“My data center perimeter is eroding; cloud and SaaS have left gaping holes. Existing security and application delivery controls are becoming obsolete. Defense-in-depth is a thing of the past. Start over with new, unproven technologies… in the face of ever-increasing threats? Oh, and note to self: Update resumé before there’s a breach.”
Clouds present a quandary for Fortune 1000 IT managers. Business stakeholders demand agile application platforms, but data center governance – enforcing security , managing application delivery, and ensuring compliance – is paramount, and today’s defenses don’t readily lend themselves to cloud or SaaS (software-as-a-service).
Enterprises already have trusted data center governance, just not always where it is needed. It’s built with best-in-class solutions custom tailored to each enterprise’s unique requirements. As threats morphed, new technologies were added, layering upon previous defenses. This strategy has succeeded for two decades, resulting in extreme brand loyalty for proven vendors and total aversion to replacing them. Must cloud and SaaS be its undoing?
The networking industry has responded in predictable ways. P2V (physical to virtual) rules the day, as it has since the dawn of virtualization. Physical servers beget virtual servers, physical switches beget virtual switches, physical to virtual firewalls, load balancers, and so on. But is this the promise of software-defined networking (SDN)? Recreating virtual versions of physical devices? Are we really building tomorrow’s networks with repackaged versions of yesterday’s technologies?
There is a better way. Cloud security and application delivery are actually switching problems. Existing data center governance needs to be extended around these new application platforms. But how is this possible, without re-implementing policy and distributing it everywhere? The answer lies in remembering what enabled software-based forwarding in the first place.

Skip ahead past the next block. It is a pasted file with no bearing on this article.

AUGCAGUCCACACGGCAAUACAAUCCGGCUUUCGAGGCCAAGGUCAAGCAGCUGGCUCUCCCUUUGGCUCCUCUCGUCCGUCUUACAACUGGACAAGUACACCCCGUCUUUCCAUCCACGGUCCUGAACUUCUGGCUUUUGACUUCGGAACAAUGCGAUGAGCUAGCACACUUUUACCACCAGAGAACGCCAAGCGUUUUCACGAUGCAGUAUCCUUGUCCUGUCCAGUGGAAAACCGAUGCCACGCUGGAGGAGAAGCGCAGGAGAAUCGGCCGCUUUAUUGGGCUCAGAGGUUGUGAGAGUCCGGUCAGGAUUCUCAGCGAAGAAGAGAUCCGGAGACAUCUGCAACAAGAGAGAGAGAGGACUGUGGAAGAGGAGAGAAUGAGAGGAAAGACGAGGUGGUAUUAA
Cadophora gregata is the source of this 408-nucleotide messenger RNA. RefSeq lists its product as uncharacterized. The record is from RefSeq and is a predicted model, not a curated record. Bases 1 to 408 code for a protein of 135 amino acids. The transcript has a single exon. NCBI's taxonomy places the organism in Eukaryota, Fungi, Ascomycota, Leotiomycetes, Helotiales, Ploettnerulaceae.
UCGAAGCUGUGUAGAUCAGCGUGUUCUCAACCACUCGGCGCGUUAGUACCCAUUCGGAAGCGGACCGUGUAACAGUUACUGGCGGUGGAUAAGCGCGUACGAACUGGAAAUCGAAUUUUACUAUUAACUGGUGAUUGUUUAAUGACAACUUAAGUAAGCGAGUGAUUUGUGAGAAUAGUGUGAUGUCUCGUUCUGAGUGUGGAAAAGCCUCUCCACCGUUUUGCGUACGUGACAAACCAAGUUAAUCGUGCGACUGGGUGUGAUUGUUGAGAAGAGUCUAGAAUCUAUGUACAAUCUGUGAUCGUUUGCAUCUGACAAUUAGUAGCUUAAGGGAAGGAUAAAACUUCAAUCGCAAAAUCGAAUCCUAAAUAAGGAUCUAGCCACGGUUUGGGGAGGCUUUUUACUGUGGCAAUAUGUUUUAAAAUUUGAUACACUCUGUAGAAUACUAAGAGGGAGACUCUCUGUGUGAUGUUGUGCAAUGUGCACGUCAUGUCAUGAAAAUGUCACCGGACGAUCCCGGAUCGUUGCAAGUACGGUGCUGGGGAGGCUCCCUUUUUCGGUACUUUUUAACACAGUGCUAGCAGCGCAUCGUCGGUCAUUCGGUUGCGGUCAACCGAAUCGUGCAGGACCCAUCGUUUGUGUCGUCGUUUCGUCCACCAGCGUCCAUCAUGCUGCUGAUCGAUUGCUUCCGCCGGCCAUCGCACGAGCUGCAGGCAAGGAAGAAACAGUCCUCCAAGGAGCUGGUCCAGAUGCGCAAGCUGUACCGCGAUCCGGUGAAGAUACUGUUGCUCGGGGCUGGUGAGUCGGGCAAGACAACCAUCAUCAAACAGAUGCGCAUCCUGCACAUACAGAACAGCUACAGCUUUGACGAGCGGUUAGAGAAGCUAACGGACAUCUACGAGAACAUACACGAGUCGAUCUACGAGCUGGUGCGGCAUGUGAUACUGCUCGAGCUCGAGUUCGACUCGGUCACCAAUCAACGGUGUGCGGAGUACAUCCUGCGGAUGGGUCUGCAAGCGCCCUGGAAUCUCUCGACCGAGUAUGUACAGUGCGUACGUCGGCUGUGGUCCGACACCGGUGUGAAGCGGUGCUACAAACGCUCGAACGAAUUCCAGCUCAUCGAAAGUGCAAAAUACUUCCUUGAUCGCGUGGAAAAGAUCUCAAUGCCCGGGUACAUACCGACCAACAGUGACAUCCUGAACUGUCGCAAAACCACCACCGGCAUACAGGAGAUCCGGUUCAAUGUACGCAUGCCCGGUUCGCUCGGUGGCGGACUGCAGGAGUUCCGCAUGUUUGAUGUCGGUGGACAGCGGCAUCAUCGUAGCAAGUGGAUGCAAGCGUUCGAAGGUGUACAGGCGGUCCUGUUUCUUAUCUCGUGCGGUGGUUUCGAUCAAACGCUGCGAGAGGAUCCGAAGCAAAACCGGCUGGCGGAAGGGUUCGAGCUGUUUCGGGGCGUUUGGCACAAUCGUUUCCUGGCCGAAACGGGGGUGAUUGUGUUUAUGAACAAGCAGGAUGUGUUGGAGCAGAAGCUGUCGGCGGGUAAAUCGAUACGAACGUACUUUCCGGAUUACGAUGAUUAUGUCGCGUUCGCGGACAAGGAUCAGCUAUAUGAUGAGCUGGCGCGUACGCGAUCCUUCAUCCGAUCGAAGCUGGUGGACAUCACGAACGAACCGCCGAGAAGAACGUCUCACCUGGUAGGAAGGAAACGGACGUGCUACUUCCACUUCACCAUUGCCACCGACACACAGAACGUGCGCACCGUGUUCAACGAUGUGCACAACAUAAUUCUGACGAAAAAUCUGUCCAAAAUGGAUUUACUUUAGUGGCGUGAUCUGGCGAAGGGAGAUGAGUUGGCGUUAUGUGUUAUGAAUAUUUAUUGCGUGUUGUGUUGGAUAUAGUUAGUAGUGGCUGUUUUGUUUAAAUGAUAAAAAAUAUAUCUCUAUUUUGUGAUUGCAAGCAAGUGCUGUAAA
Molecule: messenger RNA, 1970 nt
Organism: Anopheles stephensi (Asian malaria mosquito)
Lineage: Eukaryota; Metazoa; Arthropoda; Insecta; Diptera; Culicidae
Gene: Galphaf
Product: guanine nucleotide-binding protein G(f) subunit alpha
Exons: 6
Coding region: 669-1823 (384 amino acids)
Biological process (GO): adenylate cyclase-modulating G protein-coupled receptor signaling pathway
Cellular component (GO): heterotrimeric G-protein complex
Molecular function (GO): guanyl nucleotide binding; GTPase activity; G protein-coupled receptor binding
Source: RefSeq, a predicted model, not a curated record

In the old days, as networking equipment evolved from simple hubs and repeaters, a new paradigm emerged: supervisory modules and linecards. Supervisory modules examined packet contents, then programmed linecards to do the switching. Linecards only had to know which packets to forward to the supervisor. Most traffic could be locally switched, enabling hardware performance with software flexibility.
Let’s explode that paradigm to macro scale. In the diagram below, think of the headquarters data center as a supervisory module. Service switching represents linecards, implemented as virtual machines or service overlays or software extensions in leaf/spine switches. The backplane connecting the two is the data center interconnect of hybrid clouds.
Service switching dissects flows, forwarding only certain packets through centralized governance. Like its hardware precursor, most traffic can be locally switched, maximizing user experience. The complexity of policy remains centralized at headquarters, but its effect is extended around new application platforms.
Imagine if applications could be deployed near users, on demand, with full enterprise governance. Imagine SaaS secured as if it were inside the enterprise perimeter, public clouds forwarding identical to enterprise data centers, along with so-called “integrated” systems also not needing appliances. The possibilities are endless. Enterprise data centers truly become virtual, not limited to a facility, but instead serving content from anywhere.
New types of switching have always enabled application evolution. The move from mainframe to client/server required Ethernet switching, as users grew to divisions or whole companies. Richer content forced multiple tiers of servers, driving IP switching from aggregation to edge. Service switching can overcome today’s challenges, leveraging in-place governance with new delivery models.
The essence of SDN is to decouple control from data and centralize its function. Service switching’s control plane is enterprise governance – not just the equipment, but also people and processes. This is not to imply that all security and application delivery should be centralized, any more than it should be fully distributed. A hybrid approach is needed, with distribution to scale, elasticity for resilience, and continuity as leverage. This last point is crucial; any innovation had best not be discontinuous. Otherwise, be ready for the long haul and have very deep pockets. Enterprises usually take a decade or more to replace proven governance technologies.